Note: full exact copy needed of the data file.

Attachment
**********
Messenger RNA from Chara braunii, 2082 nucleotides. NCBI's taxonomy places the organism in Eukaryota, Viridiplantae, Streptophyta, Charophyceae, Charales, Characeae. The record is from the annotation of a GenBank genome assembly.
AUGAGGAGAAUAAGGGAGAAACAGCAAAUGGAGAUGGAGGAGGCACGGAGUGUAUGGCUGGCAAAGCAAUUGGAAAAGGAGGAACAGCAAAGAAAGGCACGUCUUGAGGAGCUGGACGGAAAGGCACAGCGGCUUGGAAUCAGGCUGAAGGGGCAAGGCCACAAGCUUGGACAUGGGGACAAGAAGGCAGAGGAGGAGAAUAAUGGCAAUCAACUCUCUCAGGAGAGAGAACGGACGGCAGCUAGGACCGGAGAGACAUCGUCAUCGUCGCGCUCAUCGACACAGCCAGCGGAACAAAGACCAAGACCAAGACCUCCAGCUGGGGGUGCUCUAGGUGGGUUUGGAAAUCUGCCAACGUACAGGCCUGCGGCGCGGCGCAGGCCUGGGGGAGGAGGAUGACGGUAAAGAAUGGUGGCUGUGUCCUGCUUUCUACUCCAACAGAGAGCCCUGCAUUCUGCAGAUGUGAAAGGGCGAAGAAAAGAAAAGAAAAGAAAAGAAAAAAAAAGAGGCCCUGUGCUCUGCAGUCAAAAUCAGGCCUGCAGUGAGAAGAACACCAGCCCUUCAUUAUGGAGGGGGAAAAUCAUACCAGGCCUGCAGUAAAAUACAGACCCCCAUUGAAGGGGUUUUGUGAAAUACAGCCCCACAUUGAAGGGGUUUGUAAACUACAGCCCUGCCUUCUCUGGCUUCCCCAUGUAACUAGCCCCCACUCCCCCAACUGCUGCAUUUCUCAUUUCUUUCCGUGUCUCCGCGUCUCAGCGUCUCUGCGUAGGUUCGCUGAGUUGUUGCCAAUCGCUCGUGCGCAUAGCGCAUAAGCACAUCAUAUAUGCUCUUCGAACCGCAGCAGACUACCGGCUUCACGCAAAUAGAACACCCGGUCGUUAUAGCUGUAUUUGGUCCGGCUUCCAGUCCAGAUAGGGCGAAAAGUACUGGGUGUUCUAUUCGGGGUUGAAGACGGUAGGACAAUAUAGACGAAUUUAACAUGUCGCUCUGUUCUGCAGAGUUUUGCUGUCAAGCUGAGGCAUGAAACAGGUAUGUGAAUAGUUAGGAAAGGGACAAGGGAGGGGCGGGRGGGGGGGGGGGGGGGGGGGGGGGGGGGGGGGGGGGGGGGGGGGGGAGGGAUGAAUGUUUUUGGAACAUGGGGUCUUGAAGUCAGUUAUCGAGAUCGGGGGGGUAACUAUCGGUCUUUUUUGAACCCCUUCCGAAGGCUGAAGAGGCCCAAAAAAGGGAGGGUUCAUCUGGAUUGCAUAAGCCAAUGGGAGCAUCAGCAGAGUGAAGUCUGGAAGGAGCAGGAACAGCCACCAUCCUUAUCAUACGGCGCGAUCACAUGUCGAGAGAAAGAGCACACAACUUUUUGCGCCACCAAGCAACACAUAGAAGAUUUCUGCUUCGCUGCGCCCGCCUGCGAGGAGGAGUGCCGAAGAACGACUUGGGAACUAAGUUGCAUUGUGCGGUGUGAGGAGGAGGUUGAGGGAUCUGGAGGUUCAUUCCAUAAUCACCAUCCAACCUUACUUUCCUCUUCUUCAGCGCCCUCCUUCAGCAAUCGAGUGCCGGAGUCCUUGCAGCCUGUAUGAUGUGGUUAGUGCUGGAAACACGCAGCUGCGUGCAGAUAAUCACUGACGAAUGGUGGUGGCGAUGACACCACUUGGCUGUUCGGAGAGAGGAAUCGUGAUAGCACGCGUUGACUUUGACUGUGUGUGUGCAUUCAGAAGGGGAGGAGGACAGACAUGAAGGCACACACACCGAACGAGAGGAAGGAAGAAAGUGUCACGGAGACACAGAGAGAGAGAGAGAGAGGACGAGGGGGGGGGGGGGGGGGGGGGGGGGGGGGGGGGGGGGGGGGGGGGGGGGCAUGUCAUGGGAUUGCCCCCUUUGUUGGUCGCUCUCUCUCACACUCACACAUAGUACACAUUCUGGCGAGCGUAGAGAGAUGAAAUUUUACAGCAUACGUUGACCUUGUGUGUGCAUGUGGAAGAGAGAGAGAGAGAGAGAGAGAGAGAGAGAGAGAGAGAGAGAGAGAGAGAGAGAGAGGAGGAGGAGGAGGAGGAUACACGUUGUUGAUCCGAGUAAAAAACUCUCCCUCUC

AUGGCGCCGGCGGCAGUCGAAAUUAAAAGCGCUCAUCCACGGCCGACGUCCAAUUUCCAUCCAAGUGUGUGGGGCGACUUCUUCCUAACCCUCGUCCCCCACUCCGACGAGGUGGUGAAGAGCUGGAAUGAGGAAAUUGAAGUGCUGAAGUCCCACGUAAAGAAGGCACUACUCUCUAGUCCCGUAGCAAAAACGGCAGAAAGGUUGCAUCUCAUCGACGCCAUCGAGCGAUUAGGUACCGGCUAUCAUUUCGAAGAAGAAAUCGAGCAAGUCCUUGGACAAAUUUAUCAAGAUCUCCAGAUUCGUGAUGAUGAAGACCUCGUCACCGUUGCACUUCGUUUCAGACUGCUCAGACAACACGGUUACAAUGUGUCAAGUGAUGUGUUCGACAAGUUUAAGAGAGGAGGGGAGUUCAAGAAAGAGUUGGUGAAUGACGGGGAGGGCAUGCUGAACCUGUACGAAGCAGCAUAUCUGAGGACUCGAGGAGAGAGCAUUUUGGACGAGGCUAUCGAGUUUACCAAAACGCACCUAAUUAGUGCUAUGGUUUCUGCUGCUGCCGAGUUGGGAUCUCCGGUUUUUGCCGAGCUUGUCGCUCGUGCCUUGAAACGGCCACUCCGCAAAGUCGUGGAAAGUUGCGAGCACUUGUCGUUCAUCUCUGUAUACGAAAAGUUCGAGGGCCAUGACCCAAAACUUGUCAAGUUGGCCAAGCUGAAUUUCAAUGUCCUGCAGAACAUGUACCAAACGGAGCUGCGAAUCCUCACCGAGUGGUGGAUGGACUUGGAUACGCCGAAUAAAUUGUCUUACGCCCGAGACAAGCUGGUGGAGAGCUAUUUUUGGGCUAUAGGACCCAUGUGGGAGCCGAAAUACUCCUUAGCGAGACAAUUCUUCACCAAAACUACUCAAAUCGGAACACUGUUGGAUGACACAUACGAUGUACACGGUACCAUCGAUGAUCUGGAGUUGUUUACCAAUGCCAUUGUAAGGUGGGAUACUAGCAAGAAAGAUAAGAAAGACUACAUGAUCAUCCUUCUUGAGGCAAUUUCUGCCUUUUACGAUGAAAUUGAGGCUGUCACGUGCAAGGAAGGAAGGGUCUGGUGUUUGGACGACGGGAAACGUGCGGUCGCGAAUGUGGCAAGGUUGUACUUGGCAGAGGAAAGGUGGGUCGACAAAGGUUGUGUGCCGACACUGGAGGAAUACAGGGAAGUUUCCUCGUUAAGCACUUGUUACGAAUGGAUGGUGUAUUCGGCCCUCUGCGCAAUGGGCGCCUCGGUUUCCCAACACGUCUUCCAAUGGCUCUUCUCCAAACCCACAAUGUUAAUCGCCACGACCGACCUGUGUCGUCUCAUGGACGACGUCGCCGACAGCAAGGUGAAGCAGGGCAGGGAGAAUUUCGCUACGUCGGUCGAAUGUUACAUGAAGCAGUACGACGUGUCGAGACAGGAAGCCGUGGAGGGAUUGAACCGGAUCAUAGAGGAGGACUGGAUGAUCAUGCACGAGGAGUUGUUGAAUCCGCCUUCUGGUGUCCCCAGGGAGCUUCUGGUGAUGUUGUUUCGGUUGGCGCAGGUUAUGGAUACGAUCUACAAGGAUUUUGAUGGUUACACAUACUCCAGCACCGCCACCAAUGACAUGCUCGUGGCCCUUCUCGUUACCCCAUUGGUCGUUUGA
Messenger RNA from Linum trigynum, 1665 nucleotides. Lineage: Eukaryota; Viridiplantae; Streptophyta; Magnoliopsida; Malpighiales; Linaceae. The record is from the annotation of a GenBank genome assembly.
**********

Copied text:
Messenger RNA from Chara braunii, 2082 nucleotides. NCBI's taxonomy places the organism in Eukaryota, Viridiplantae, Streptophyta, Charophyceae, Charales, Characeae. The record is from the annotation of a GenBank genome assembly.
AUGAGGAGAAUAAGGGAGAAACAGCAAAUGGAGAUGGAGGAGGCACGGAGUGUAUGGCUGGCAAAGCAAUUGGAAAAGGAGGAACAGCAAAGAAAGGCACGUCUUGAGGAGCUGGACGGAAAGGCACAGCGGCUUGGAAUCAGGCUGAAGGGGCAAGGCCACAAGCUUGGACAUGGGGACAAGAAGGCAGAGGAGGAGAAUAAUGGCAAUCAACUCUCUCAGGAGAGAGAACGGACGGCAGCUAGGACCGGAGAGACAUCGUCAUCGUCGCGCUCAUCGACACAGCCAGCGGAACAAAGACCAAGACCAAGACCUCCAGCUGGGGGUGCUCUAGGUGGGUUUGGAAAUCUGCCAACGUACAGGCCUGCGGCGCGGCGCAGGCCUGGGGGAGGAGGAUGACGGUAAAGAAUGGUGGCUGUGUCCUGCUUUCUACUCCAACAGAGAGCCCUGCAUUCUGCAGAUGUGAAAGGGCGAAGAAAAGAAAAGAAAAGAAAAGAAAAAAAAAGAGGCCCUGUGCUCUGCAGUCAAAAUCAGGCCUGCAGUGAGAAGAACACCAGCCCUUCAUUAUGGAGGGGGAAAAUCAUACCAGGCCUGCAGUAAAAUACAGACCCCCAUUGAAGGGGUUUUGUGAAAUACAGCCCCACAUUGAAGGGGUUUGUAAACUACAGCCCUGCCUUCUCUGGCUUCCCCAUGUAACUAGCCCCCACUCCCCCAACUGCUGCAUUUCUCAUUUCUUUCCGUGUCUCCGCGUCUCAGCGUCUCUGCGUAGGUUCGCUGAGUUGUUGCCAAUCGCUCGUGCGCAUAGCGCAUAAGCACAUCAUAUAUGCUCUUCGAACCGCAGCAGACUACCGGCUUCACGCAAAUAGAACACCCGGUCGUUAUAGCUGUAUUUGGUCCGGCUUCCAGUCCAGAUAGGGCGAAAAGUACUGGGUGUUCUAUUCGGGGUUGAAGACGGUAGGACAAUAUAGACGAAUUUAACAUGUCGCUCUGUUCUGCAGAGUUUUGCUGUCAAGCUGAGGCAUGAAACAGGUAUGUGAAUAGUUAGGAAAGGGACAAGGGAGGGGCGGGRGGGGGGGGGGGGGGGGGGGGGGGGGGGGGGGGGGGGGGGGGGGGGAGGGAUGAAUGUUUUUGGAACAUGGGGUCUUGAAGUCAGUUAUCGAGAUCGGGGGGGUAACUAUCGGUCUUUUUUGAACCCCUUCCGAAGGCUGAAGAGGCCCAAAAAAGGGAGGGUUCAUCUGGAUUGCAUAAGCCAAUGGGAGCAUCAGCAGAGUGAAGUCUGGAAGGAGCAGGAACAGCCACCAUCCUUAUCAUACGGCGCGAUCACAUGUCGAGAGAAAGAGCACACAACUUUUUGCGCCACCAAGCAACACAUAGAAGAUUUCUGCUUCGCUGCGCCCGCCUGCGAGGAGGAGUGCCGAAGAACGACUUGGGAACUAAGUUGCAUUGUGCGGUGUGAGGAGGAGGUUGAGGGAUCUGGAGGUUCAUUCCAUAAUCACCAUCCAACCUUACUUUCCUCUUCUUCAGCGCCCUCCUUCAGCAAUCGAGUGCCGGAGUCCUUGCAGCCUGUAUGAUGUGGUUAGUGCUGGAAACACGCAGCUGCGUGCAGAUAAUCACUGACGAAUGGUGGUGGCGAUGACACCACUUGGCUGUUCGGAGAGAGGAAUCGUGAUAGCACGCGUUGACUUUGACUGUGUGUGUGCAUUCAGAAGGGGAGGAGGACAGACAUGAAGGCACACACACCGAACGAGAGGAAGGAAGAAAGUGUCACGGAGACACAGAGAGAGAGAGAGAGAGGACGAGGGGGGGGGGGGGGGGGGGGGGGGGGGGGGGGGGGGGGGGGGGGGGGGGCAUGUCAUGGGAUUGCCCCCUUUGUUGGUCGCUCUCUCUCACACUCACACAUAGUACACAUUCUGGCGAGCGUAGAGAGAUGAAAUUUUACAGCAUACGUUGACCUUGUGUGUGCAUGUGGAAGAGAGAGAGAGAGAGAGAGAGAGAGAGAGAGAGAGAGAGAGAGAGAGAGAGAGAGAGGAGGAGGAGGAGGAGGAUACACGUUGUUGAUCCGAGUAAAAAACUCUCCCUCUC

AUGGCGCCGGCGGCAGUCGAAAUUAAAAGCGCUCAUCCACGGCCGACGUCCAAUUUCCAUCCAAGUGUGUGGGGCGACUUCUUCCUAACCCUCGUCCCCCACUCCGACGAGGUGGUGAAGAGCUGGAAUGAGGAAAUUGAAGUGCUGAAGUCCCACGUAAAGAAGGCACUACUCUCUAGUCCCGUAGCAAAAACGGCAGAAAGGUUGCAUCUCAUCGACGCCAUCGAGCGAUUAGGUACCGGCUAUCAUUUCGAAGAAGAAAUCGAGCAAGUCCUUGGACAAAUUUAUCAAGAUCUCCAGAUUCGUGAUGAUGAAGACCUCGUCACCGUUGCACUUCGUUUCAGACUGCUCAGACAACACGGUUACAAUGUGUCAAGUGAUGUGUUCGACAAGUUUAAGAGAGGAGGGGAGUUCAAGAAAGAGUUGGUGAAUGACGGGGAGGGCAUGCUGAACCUGUACGAAGCAGCAUAUCUGAGGACUCGAGGAGAGAGCAUUUUGGACGAGGCUAUCGAGUUUACCAAAACGCACCUAAUUAGUGCUAUGGUUUCUGCUGCUGCCGAGUUGGGAUCUCCGGUUUUUGCCGAGCUUGUCGCUCGUGCCUUGAAACGGCCACUCCGCAAAGUCGUGGAAAGUUGCGAGCACUUGUCGUUCAUCUCUGUAUACGAAAAGUUCGAGGGCCAUGACCCAAAACUUGUCAAGUUGGCCAAGCUGAAUUUCAAUGUCCUGCAGAACAUGUACCAAACGGAGCUGCGAAUCCUCACCGAGUGGUGGAUGGACUUGGAUACGCCGAAUAAAUUGUCUUACGCCCGAGACAAGCUGGUGGAGAGCUAUUUUUGGGCUAUAGGACCCAUGUGGGAGCCGAAAUACUCCUUAGCGAGACAAUUCUUCACCAAAACUACUCAAAUCGGAACACUGUUGGAUGACACAUACGAUGUACACGGUACCAUCGAUGAUCUGGAGUUGUUUACCAAUGCCAUUGUAAGGUGGGAUACUAGCAAGAAAGAUAAGAAAGACUACAUGAUCAUCCUUCUUGAGGCAAUUUCUGCCUUUUACGAUGAAAUUGAGGCUGUCACGUGCAAGGAAGGAAGGGUCUGGUGUUUGGACGACGGGAAACGUGCGGUCGCGAAUGUGGCAAGGUUGUACUUGGCAGAGGAAAGGUGGGUCGACAAAGGUUGUGUGCCGACACUGGAGGAAUACAGGGAAGUUUCCUCGUUAAGCACUUGUUACGAAUGGAUGGUGUAUUCGGCCCUCUGCGCAAUGGGCGCCUCGGUUUCCCAACACGUCUUCCAAUGGCUCUUCUCCAAACCCACAAUGUUAAUCGCCACGACCGACCUGUGUCGUCUCAUGGACGACGUCGCCGACAGCAAGGUGAAGCAGGGCAGGGAGAAUUUCGCUACGUCGGUCGAAUGUUACAUGAAGCAGUACGACGUGUCGAGACAGGAAGCCGUGGAGGGAUUGAACCGGAUCAUAGAGGAGGACUGGAUGAUCAUGCACGAGGAGUUGUUGAAUCCGCCUUCUGGUGUCCCCAGGGAGCUUCUGGUGAUGUUGUUUCGGUUGGCGCAGGUUAUGGAUACGAUCUACAAGGAUUUUGAUGGUUACACAUACUCCAGCACCGCCACCAAUGACAUGCUCGUGGCCCUUCUCGUUACCCCAUUGGUCGUUUGA
Messenger RNA from Linum trigynum, 1665 nucleotides. Lineage: Eukaryota; Viridiplantae; Streptophyta; Magnoliopsida; Malpighiales; Linaceae. The record is from the annotation of a GenBank genome assembly.